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  • Jennifer Green

Review: "Turtles All the Way Down"

This drama based on popular author John Green's novel is an emotional rendering of mental illness, and its young leads offer a very sympathetic portrayal of teenagerhood.


Co-star Cree is especially fun as the fast-talking Daisy in Turtles All the Way Down. She complements Merced's withdrawn, wide-eyed Aza. It's no easy task for a young actor to wordlessly emote as much as Merced is asked to here. Her spirals into panic are voiced over by internal monologue, and they're visualized as flashes of light and images of what she's worrying about (bacteria) combined with screeching noises.


Whether the depiction rings true for you could depend on your own experience, but it's an effective way to convey the distress that the character repeatedly feels.


Though this is certainly the epicenter of the story, the film also weaves in romance, a mystery, and a lot of everyday teen experiences. The latter are the most fun, real parts of the film as viewers watch Merced and Cree rock out in the car, shoot the breeze over burgers at Applebee's (purchased with a coupon, always), or banter in the school cafeteria.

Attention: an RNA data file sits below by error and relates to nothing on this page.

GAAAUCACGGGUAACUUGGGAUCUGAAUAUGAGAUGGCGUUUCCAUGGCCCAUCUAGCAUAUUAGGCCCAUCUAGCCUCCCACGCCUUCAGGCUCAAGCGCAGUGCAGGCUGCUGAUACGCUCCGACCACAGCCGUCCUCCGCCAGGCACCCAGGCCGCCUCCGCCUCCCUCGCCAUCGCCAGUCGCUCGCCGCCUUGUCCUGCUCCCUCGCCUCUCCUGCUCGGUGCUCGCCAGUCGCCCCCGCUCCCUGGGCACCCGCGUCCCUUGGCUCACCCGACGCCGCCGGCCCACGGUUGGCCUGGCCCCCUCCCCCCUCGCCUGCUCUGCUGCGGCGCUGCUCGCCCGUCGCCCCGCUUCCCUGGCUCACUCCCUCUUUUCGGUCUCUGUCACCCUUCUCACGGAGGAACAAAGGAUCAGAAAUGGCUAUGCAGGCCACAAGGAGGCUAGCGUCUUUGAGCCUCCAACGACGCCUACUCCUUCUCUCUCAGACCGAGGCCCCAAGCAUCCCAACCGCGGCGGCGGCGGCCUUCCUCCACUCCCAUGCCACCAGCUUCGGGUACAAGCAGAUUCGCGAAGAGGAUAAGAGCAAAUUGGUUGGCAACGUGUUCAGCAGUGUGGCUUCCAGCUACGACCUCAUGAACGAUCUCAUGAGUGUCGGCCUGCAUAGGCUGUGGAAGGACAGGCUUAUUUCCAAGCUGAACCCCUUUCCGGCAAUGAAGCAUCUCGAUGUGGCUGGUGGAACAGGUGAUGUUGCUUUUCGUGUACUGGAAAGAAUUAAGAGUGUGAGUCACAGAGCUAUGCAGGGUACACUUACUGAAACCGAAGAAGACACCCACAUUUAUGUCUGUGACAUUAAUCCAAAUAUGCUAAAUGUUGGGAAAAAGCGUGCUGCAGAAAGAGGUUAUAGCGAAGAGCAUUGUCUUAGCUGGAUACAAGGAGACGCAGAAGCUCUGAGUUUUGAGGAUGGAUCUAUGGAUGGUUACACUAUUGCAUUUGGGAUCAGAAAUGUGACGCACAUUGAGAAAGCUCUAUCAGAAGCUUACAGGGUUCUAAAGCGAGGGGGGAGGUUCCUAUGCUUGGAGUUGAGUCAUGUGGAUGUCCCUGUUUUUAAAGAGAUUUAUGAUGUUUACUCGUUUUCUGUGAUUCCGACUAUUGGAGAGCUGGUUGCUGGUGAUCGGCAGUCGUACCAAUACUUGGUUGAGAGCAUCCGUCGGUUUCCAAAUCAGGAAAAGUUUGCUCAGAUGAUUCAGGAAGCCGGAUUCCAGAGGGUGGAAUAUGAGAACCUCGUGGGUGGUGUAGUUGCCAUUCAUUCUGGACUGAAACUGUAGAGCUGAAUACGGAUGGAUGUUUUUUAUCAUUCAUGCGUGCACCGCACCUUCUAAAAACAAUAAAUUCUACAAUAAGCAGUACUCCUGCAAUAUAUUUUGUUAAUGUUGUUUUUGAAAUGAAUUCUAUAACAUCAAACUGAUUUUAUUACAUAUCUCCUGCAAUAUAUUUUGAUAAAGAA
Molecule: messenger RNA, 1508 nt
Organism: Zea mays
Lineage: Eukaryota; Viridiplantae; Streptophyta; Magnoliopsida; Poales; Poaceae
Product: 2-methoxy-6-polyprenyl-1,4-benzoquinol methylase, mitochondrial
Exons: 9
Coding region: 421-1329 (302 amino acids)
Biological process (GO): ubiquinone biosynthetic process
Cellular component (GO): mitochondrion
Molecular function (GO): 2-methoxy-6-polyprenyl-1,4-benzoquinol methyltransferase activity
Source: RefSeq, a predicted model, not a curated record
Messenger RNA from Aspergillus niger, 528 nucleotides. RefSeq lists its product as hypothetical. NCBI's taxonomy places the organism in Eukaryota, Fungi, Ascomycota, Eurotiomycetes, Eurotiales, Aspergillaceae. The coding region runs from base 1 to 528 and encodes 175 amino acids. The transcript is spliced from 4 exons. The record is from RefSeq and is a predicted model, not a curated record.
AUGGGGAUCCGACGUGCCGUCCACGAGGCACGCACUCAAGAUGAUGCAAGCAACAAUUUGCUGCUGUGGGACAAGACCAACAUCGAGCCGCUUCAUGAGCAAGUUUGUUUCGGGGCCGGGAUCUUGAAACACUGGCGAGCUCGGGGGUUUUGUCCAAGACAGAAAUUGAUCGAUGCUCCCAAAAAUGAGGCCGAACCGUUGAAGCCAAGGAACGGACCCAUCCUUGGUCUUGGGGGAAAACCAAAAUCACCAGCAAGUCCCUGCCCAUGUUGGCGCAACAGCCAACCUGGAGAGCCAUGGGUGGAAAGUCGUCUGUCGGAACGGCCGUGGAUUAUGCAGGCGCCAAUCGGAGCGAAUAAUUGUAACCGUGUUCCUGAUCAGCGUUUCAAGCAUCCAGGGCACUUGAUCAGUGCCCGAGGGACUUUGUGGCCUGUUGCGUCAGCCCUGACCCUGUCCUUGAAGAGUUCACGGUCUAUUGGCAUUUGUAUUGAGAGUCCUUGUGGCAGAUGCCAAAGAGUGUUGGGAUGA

Repeat viewings would help catch more of the witty asides, as when Aza googles "cute things to text a boy," or Daisy quips, "You don't have to wait for a boy to ask you out -- what are you, a handmaiden?"


One quibble: A disproportionate number of teen movies seem to have millionaire characters who are able to whisk friends away on a private jet or host blow-out pool parties at their parents' mansions. It undermines the connection viewers might feel with these otherwise relatively realistic characters.

 

Read the full review at Common Sense Media.

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